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THU0553 Influence of Obesity on Therapeutic Outcome in Patients with Non-Specific Subacute Low Back Pain
  1. M. I. Terek1,
  2. M. I. Zlatkovic-Svenda1,
  3. N. Djurovic1,
  4. G. L. Radunovic1
  1. 1Institute of Rheumatology, Belgrade, Serbia

Abstract

Objectives The aim of the study was to assess the influence of obesity on the effect of treatment in patients with non-specific subacute low back pain.

Methods Prospective study included 100 out-patients (40 male and 60 female), aged 48,1 ±10,9 years with subacute non- specific low back pain. Patients were treated at the Institute of Rheumatology, Belgrade, year 2010/12. The body fat was demonstrated as body mass index (BMI), as recommended by the World Health Organisation. According to BMI, patients were divided into three groups: patients with normal weight, overweight and obese patients. All patients underwent the same medication (paracetamol 1500mg/day) and physical therapy (transcutaneus electrical nerve stimulation and exercise) during the two weeks. The intensity of low back pain was measured with Visual Analogue Scale (VAS mm), spinal mobility with finger- floor test (F-F cm) and the functional status with Quebec Back Pain Disability Score (QBPDS). All measurements were done before and after the treatment. Analyses were carried out using SPSS 16.0 (descriptive methods: mean, standard deviation and analytic methods: Kruskal Wollis, Wilcoxon and Mann Whitney test).

Results There were 36 patients with normal weight in Group A (BMI 22,7±1,8), 43 overweight patients in Group B (BMI 27,5±1,3) and 21 obese patients in Group C (BMI 34,5±3,5). Mean pain intensity was 71,7±11,9 before and 25,6 ± 22,5 after the treatment in Group A, 75,3±11,8 before and 29,5±19,9 after the treatment in Group B, and 71,9±11,8 before and 41,9±23,4 after the treatment in Group C. Mean F-F test was 44,2±16,0 before and 19,4 ± 14,9 after the treatment in Group A, 42,9±14,9 before and 22,3±13,8 after the treatment in Group B and 46,7±17,7 before and 28,7±16,4 after the treatment in Group C. Mean QBPDS was 64,0±15,0 before and 27,3±21,8 after the treatment in Group A, 62,3±15,5 before and 29,6±15,9 after the treatment in Group B and 60,0±8,9 before and 38,7±12,9 after the treatment in Group C. Statistically significant differences were registered in pain intensity (VAS), spinal mobility (FF test) and the functional status (QBPDS) for every of the investigated patient groups before and after the treatment (p<0.001). After the treatment, comparison between A and B group did not show differences concerning pain intensity (p=0.262), spinal mobility (p=0.289) and functional status (p=0.247), but differences were found between A and C groups in relation to pain intensity (p=0.012), spinal mobility (p=0.036) and functional status (p=0.019).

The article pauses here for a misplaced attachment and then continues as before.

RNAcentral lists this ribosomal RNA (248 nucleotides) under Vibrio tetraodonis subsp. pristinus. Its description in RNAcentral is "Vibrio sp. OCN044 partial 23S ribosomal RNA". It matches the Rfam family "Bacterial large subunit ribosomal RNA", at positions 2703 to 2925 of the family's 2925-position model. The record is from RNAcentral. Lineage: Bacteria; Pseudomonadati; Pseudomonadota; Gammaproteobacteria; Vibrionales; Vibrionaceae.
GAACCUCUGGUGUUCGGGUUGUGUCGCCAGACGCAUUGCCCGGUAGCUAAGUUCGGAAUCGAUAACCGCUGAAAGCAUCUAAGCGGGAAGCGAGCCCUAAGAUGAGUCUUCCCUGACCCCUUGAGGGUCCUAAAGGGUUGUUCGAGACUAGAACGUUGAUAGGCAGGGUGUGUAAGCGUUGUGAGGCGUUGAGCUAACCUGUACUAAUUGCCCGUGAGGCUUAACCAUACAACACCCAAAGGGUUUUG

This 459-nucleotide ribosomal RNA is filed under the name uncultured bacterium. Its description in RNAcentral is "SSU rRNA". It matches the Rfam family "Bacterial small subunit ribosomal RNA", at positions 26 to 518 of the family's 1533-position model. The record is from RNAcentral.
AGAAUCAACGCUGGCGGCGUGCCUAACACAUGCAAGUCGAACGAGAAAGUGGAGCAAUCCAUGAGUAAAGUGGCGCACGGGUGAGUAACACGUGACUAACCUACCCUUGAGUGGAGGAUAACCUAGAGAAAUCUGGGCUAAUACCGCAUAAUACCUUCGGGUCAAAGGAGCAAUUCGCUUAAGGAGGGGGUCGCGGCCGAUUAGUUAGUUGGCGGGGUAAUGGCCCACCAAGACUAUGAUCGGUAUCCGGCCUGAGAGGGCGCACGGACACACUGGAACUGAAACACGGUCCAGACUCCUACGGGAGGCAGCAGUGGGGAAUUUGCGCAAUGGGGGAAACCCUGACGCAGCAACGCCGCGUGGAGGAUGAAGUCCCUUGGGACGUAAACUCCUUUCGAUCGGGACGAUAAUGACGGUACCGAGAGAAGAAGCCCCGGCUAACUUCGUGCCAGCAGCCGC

Conclusions Our study of patients with non-specific subacute low back pain confirmed different response to treatment between patients with normal weight and obese patients. Therapy effect is lower in patients with obesity than in patients with normal weight.

References

  1. Jitendra Mangwani, Claire Giles, Mark Mullins, Tuncar Salih, Colin Natali. Obesity and recovery from low back pain: a prospective study to investigate the effect of body mass index on recovery from low back pain. Ann R Coll Surg Engl 2010; 92: 23–26.

  2. Shaw WS, Tveito TH, Woiszwillo MJ, Pransky G. The effect of body mass index on recovery and return to work after onset of work-related low back pain. J Occup Environ Med.2012 Feb;54(2):192-7.

Disclosure of Interest None Declared

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